Published on Brock University (http://www.brocku.ca)
It wasn’t the fatigue that gave it away.
Even the dizziness she felt didn’t tip off Daniela Checa that her health had taken a potentially deadly turn.
Just finishing her first year as a concurrent education student at Brock last spring, Checa chalked up how she felt to end-of-term stress brought on by the onslaught of exams and assignments she had to tackle.
But it was feeling out of breath that Checa, who did competitive dance, couldn’t explain. And when she fell down the stairs at home because her hands and feet were “numbing randomly,” she started doubting her initial hunch that it was stress.
The dark bruises that would appear on her body didn’t put her mind at ease, either.
“I started realizing my body wasn’t behaving normally,” Checa recalled. Soon after, so, too, did her doctors. Checa was diagnosed last June with severe aplastic anemia and myelodysplasia, both rare and serious disorders that affect the bone marrow’s production of health red or white blood cells, and platelets. Both are illnesses that leave those they affect prone to frequent infections, excessive bleeding, fatigue, weakness and fevers.
The scholarship-winning student had only one concern, though, as her doctor hurled treatment options, including chemotherapy, radiation and a stem cell transplant, at her.
“My first question to my doctor was about school,” Checa, 19, recalled.
“I’m pretty nerdy and I really like going to Brock.”
That’s when the news became even grimmer. Checa would need at least a year off to try to fight off an illness that has relatively little known about it. Leaving school felt like losing her identity, she said.
Since getting her diagnosis, Checa has undergone chemotherapy and several blood transfusions to try to get her blood cell counts back to a normal level. They haven’t budged.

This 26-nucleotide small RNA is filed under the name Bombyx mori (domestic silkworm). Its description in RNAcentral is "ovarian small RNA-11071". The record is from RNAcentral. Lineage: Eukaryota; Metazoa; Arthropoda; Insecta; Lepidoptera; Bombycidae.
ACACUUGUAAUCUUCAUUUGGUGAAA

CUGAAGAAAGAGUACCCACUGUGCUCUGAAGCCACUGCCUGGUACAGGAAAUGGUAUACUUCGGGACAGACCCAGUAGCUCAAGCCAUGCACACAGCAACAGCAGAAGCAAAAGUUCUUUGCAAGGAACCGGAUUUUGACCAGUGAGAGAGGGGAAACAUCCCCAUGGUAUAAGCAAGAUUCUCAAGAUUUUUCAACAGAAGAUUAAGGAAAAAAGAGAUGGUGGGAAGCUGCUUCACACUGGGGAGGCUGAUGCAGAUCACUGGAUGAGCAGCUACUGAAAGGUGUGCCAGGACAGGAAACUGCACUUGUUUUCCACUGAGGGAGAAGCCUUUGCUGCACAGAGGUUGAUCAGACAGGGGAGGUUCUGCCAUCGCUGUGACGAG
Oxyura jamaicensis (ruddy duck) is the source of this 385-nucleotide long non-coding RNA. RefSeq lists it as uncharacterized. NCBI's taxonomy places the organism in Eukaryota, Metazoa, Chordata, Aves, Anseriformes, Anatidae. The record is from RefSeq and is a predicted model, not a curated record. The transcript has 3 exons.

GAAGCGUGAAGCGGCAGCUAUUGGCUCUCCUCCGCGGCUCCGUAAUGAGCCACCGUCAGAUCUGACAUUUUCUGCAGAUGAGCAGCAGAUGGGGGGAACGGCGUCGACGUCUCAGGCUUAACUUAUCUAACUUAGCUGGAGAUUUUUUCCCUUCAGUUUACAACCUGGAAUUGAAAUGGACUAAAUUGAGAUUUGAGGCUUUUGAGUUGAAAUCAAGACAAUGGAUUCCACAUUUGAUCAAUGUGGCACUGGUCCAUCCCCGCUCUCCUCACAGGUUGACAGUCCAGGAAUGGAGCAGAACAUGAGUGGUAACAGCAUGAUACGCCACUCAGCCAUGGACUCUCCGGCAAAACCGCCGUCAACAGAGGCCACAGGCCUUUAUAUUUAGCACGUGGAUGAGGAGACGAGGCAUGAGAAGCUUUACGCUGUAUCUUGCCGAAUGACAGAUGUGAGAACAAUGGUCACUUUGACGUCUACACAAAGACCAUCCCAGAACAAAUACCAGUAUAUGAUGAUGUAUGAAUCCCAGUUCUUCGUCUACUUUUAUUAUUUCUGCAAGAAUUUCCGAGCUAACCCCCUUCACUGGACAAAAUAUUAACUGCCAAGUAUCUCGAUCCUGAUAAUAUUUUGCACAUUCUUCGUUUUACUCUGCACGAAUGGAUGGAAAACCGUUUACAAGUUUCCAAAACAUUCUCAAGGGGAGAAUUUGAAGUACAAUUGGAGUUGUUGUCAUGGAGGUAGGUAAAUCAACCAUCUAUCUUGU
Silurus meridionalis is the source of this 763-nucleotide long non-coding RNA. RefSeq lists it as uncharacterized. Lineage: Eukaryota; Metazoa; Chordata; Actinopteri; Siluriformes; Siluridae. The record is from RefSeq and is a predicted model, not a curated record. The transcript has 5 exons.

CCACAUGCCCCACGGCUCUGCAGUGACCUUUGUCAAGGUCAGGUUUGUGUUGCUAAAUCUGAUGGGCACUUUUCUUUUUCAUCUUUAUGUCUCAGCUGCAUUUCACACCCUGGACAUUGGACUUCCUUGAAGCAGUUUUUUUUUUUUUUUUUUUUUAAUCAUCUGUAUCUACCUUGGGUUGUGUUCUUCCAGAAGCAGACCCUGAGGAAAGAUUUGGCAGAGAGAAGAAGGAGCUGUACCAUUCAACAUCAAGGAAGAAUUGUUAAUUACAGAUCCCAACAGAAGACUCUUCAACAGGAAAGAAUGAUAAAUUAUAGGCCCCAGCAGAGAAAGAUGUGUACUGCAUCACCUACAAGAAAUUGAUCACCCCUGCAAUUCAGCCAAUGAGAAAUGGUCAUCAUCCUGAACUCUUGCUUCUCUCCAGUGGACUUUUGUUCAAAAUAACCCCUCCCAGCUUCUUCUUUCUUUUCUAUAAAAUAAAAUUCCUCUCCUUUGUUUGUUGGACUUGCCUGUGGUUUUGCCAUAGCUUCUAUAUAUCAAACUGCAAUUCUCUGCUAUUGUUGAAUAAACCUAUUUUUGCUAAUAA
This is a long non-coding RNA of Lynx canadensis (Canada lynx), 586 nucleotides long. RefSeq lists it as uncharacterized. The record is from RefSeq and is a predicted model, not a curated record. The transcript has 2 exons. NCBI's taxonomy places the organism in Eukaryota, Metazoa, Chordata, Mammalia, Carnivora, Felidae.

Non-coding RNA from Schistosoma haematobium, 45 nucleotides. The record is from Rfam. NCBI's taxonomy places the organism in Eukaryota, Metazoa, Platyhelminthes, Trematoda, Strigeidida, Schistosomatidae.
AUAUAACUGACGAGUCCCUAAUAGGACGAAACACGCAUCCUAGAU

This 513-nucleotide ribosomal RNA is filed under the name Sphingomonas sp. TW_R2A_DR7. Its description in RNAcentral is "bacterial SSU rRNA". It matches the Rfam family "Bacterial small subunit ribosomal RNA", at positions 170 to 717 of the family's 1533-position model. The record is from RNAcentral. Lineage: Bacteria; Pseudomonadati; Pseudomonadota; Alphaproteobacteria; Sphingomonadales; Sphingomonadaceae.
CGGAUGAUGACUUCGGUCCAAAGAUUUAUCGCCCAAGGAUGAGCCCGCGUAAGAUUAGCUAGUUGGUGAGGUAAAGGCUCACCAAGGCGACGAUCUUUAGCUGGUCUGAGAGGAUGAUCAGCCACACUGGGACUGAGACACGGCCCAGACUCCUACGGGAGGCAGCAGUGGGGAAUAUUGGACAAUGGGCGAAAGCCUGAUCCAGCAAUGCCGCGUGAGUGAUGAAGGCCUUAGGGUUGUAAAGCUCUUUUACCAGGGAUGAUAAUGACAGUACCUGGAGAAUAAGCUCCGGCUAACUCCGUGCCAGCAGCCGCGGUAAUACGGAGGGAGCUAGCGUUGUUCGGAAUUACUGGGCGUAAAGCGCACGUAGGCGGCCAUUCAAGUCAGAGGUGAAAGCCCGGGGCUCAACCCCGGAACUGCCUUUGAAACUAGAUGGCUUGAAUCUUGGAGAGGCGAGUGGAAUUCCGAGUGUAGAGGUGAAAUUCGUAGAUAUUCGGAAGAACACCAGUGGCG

Now, she’s desperate to find her perfect match in a stem cell donor so that she can have a transplant, get healthy and return to Brock. Finding that person could make the difference between life and death for Checa.
To help in her quest, a professor in the Faculty of Applied Health Sciences and a group of students have come together to find Checa a donor.
Led by Prof. Evangelia Tsiani the students are hosting a One Match event on Friday, Jan. 24 to find those stem cells that could change her future for the better.
Determining who could be a potential donor is a quick and painless process, Tsiani explained.
“The process is not invasive,” she said. “There are no needles involved. You’re using a cotton swab and you’re asked to rub the swab against the inside of your cheek to give your DNA sample."
“The chances to become a donor are very low but if you are a match you can save a life,” she added.
The drive, which includes a blood donor clinic, happens from 9:30 a.m. to 3:30 p.m. in the Ian Beddis Gym, court 4. Potential donors are encouraged to make an appointment online with Canadian Blood Services or by calling 1-888-2DONATE (366283).
Having her school rally around her has buoyed Checa, who admits to sometimes feeling depressed about her situation.
This latest drive for a donor is one of several attempts that either Checa or someone else has made to get her healthy again. Last fall, she and her family began their search, using social media to encourage people to get their cheeks swabbed and register with OneMatch.
Every day since beginning her search, her inbox has been flooded with hundreds of messages of encouragement from around the world - something that helps chase away the negative thoughts that take hold.
She has also started journaling to help her through the wait.
“I realized I could stay a victim or fight and go on from there,” Checa said.